Philip Askew trial: Skater 'confronted by accuser's parents'

Philip Askew
Image caption Philip Askew, pictured in 1991, denies the charge of rape

A champion ice dancer accused of raping a girl under 16 was confronted by her parents after they read about it in her diary, a court has heard.

Philip Askew, 44, denies assaulting the girl in 1995 when he was 21 years old.

At the time, Mr Askew was a star skater and coached young people at Bracknell ice rink, Reading Crown Court heard.

The confrontation took place in a meeting arranged by the manager of the ice rink, the girl's father said.

He told the jury Mr Askew was "dismissive" and "arrogant" from the outset of the conversation with himself and the girl's mother.

Asked by prosecutor Barry McElduff what the reason for the meeting was, he said: "To confront him [Mr Askew] over the fact he had sex with [his daughter]."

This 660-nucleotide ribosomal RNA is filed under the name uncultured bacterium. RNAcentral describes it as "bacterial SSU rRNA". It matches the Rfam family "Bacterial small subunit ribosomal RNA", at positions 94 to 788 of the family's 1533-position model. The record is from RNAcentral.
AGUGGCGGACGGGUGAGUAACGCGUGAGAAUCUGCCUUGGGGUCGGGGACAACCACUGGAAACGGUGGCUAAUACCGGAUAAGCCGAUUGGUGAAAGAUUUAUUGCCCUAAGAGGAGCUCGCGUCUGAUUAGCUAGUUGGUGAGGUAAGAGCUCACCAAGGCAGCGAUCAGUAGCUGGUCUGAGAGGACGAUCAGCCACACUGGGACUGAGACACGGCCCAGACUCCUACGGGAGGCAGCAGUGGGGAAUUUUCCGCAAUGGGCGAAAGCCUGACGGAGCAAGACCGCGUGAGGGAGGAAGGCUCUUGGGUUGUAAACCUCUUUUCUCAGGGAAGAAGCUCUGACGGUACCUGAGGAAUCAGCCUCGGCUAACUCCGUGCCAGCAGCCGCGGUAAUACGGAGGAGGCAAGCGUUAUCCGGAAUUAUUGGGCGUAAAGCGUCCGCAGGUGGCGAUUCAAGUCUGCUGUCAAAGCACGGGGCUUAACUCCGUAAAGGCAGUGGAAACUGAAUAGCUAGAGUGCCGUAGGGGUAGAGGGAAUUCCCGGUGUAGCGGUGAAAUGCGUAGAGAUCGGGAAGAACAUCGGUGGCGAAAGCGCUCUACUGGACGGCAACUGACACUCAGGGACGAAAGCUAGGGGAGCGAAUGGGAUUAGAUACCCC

"Felt like screaming"

He told the court the manager of the ice rink, Chris Howarth, had arranged the meeting after they contacted him with concerns after reading their daughter's diary.

He said: "Chris said he had interviewed Philip Askew but that he hadn't admitted anything and offered us the chance to meet directly with Mr Askew, and we accepted."

The girl's father explained that after the meeting they decided as a family not to take matters any further.

The court heard evidence that Mr Askew continued to work at Bracknell ice rink for up to 18 months after the confrontation.

Earlier, the sister of Mr Askew's accuser gave evidence about finding the diary and reading about the assault.

"I remember she wrote that she felt like screaming but was just very quiet," she said.

"I remember she wrote that she didn't want it and she was very scared.

"The last words I remember her writing were that she was no longer a virgin."

The trial continues.

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